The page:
This also translates into what I post and whether or not something will resonate with my social media community. I find that pictures that are authentic and taken in the office are the most successful. Also, pictures with people in them are more successful. If I’m in a picture, that post gets more engagement than if I post a picture of a pair of frames alone. While the picture is important, the topic has to be related to something people care about, and the text has to be helpful and valuable. Education is the goal of all of my social media posts. It’s not possible on every single one, but I try to share educational information on most of my posts so there’s a mutual benefit — I taught, they learned. 

On the other hand, I’ve learned that stock images don’t perform as well on social media. I subscribed to a service that you could pull stock photos from and write your own captions, and I’d use it to post photos of fireworks for Fourth of July or presents wrapped under a Christmas Tree. It was clearly not my photo, and that authenticity was missing, which made those posts less engaging. 

Finding a Posting Schedule that Works for You
For my practice, I post almost exclusively on Instagram and Facebook, and I also have a personal TikTok account that isn’t branded for my practice. 

I like posting on Instagram Stories the most, and I do that in real time. I usually post a story in the morning, whether it’s me talking to the camera or showing something in the office. Doing posts on my feed takes a lot more time, focus, and attention, as opposed to me opening my phone and talking into my camera. I don’t have a strict posting schedule, but I like to be active on my Instagram story four to five days a week. 

This wasn’t natural for me in the beginning, but I’ve developed a routine with it now. I’m always alone whenever I’m talking to my camera — I’m still too embarrassed to film myself in public or around other people. But when I’m alone, there’s safety in knowing that you can always stop and start again if you think you sound silly. I also try to make it sound like I’m talking to a friend, while still being professional. Talking to the camera isn’t as intimidating as you might think. People resonate with others who are being themselves.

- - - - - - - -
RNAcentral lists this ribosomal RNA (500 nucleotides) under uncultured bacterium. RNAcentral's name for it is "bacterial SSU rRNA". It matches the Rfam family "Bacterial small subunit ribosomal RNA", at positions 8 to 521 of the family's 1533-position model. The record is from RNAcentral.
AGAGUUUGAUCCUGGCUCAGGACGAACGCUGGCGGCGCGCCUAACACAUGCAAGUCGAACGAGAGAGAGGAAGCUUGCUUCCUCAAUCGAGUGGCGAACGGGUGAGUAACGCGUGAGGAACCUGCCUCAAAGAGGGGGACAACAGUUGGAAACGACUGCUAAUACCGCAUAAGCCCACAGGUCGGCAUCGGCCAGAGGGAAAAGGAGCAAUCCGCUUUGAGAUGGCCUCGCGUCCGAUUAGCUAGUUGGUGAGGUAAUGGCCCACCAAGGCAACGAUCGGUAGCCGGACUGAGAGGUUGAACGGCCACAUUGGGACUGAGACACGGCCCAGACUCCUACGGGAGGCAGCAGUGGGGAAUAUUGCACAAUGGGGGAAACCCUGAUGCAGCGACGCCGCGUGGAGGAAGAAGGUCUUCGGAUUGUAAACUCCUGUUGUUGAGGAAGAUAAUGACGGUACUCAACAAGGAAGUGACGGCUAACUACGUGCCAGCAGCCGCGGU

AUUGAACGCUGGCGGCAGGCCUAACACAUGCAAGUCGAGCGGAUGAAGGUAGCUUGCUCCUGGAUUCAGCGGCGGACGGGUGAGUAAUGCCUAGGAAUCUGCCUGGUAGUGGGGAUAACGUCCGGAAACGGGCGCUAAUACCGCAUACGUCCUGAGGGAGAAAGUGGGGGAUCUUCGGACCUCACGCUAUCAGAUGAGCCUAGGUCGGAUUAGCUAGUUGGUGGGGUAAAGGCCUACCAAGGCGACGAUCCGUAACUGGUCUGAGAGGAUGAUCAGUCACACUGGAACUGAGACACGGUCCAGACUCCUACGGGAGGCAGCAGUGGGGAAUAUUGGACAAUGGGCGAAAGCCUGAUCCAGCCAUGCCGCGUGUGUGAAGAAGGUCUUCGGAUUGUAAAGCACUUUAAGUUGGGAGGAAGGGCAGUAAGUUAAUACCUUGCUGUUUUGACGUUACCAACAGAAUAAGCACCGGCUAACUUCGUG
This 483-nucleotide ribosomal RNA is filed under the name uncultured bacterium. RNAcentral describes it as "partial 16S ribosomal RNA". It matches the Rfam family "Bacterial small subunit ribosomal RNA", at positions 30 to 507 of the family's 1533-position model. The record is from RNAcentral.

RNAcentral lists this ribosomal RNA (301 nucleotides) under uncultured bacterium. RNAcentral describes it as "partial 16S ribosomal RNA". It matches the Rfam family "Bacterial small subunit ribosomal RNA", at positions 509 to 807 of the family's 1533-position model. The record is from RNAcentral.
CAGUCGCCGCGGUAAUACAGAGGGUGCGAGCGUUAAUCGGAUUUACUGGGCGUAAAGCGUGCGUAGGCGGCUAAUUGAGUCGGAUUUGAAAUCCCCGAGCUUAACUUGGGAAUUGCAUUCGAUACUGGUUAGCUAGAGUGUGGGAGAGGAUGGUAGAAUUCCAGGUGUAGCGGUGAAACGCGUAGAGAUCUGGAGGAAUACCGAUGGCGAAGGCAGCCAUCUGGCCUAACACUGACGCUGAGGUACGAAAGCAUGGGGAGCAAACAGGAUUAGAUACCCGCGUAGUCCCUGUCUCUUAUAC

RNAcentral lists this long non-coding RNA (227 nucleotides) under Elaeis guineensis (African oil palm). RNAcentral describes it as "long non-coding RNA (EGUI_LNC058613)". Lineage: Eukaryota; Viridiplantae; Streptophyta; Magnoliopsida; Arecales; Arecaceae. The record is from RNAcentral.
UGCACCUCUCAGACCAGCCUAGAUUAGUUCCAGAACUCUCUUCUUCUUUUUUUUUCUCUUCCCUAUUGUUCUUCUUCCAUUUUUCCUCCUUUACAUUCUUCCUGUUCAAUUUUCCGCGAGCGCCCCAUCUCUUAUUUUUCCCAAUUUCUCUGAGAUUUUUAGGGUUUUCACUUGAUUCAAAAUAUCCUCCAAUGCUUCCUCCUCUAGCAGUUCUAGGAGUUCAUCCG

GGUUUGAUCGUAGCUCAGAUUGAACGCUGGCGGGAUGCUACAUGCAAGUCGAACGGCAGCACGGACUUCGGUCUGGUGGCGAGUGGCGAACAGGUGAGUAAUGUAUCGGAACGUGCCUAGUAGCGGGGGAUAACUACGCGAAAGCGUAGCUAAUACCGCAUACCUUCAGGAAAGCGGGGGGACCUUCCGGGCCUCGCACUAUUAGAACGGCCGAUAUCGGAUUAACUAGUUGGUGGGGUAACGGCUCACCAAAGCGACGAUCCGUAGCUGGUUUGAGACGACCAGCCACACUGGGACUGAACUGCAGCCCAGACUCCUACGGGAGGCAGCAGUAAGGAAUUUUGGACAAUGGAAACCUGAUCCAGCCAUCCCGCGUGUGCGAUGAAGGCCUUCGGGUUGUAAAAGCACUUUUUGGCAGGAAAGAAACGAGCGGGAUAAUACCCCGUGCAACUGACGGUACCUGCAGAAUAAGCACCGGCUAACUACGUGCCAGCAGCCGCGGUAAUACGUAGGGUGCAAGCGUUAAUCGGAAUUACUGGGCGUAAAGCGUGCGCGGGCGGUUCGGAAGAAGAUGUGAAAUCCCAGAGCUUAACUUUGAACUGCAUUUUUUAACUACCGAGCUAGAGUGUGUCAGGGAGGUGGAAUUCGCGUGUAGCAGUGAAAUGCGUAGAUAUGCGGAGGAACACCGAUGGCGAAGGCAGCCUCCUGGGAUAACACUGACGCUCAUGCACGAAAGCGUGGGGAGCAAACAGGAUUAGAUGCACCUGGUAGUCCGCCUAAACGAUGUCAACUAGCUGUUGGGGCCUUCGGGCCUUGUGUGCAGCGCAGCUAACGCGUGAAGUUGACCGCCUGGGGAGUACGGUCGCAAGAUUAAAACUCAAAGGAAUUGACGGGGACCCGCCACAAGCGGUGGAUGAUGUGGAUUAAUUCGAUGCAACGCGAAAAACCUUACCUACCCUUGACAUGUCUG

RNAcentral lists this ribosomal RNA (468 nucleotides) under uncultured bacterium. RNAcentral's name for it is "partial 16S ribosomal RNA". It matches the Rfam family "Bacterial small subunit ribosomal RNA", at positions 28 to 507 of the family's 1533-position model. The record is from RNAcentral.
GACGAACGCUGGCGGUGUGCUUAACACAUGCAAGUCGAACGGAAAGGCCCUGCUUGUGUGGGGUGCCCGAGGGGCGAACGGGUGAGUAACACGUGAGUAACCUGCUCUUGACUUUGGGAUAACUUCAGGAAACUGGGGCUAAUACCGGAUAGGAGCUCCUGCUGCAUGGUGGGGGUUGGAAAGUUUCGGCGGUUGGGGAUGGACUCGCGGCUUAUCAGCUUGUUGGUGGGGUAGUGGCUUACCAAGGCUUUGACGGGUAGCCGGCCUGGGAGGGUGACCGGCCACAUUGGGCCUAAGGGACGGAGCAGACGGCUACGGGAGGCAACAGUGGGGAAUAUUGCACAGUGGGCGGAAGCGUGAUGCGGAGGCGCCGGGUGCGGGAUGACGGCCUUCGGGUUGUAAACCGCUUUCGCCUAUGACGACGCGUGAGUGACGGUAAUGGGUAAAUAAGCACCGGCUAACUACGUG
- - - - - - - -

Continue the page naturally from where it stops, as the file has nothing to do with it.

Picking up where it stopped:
If you’re just starting out, start small. Introduce yourself and ask your followers if they have any topics they’d want to see you cover. If all else fails, pretend you’re talking to your patient in the exam chair. 

The Value of Social Media
One of the biggest things I’ve learned is that there is real value in social media, and you can reach a lot of people. As far as learning how to do it, I had no formal training. I played around in the apps, Google searched things, went on YouTube for other things. You can learn how to do anything on the Internet, and once you start doing it, it gets easier. 

Don’t forget, social media is supposed to be social. It allows me to connect with other practitioners and patients. I had a patient message me on Instagram recently because she was on a cruise, and she started seeing flashing lights. So, I was talking her through what to do over Instagram. I know that not everyone will be comfortable responding to patients, or feeling like they have to respond to patients, but I personally don’t mind that. That interaction helps build a community — whether it’s other doctors or my patients.

  • Jaclyn Garlich, OD

    Dr. Jaclyn Garlich is a graduate of the New England College of Optometry. After optometry school, she completed a residency in primary care and ocular disease at the St. Louis Veterans Affairs and obtained her Fellowship of the American Academy of Optometry in 2011. She is passionate about treating ocular surface disease and has built a dry eye specialty clinic within her practice to better serve her dry eye patients. She is the editor of Glance, an optometry publication that educates thousands of eye care providers on the latest advances in the profession, and she is the co-host of the To The Point podcast, a podcast aimed at helping eye doctors build their dry eye practices. Dr. Garlich also serves as a Major in the Air National Guard.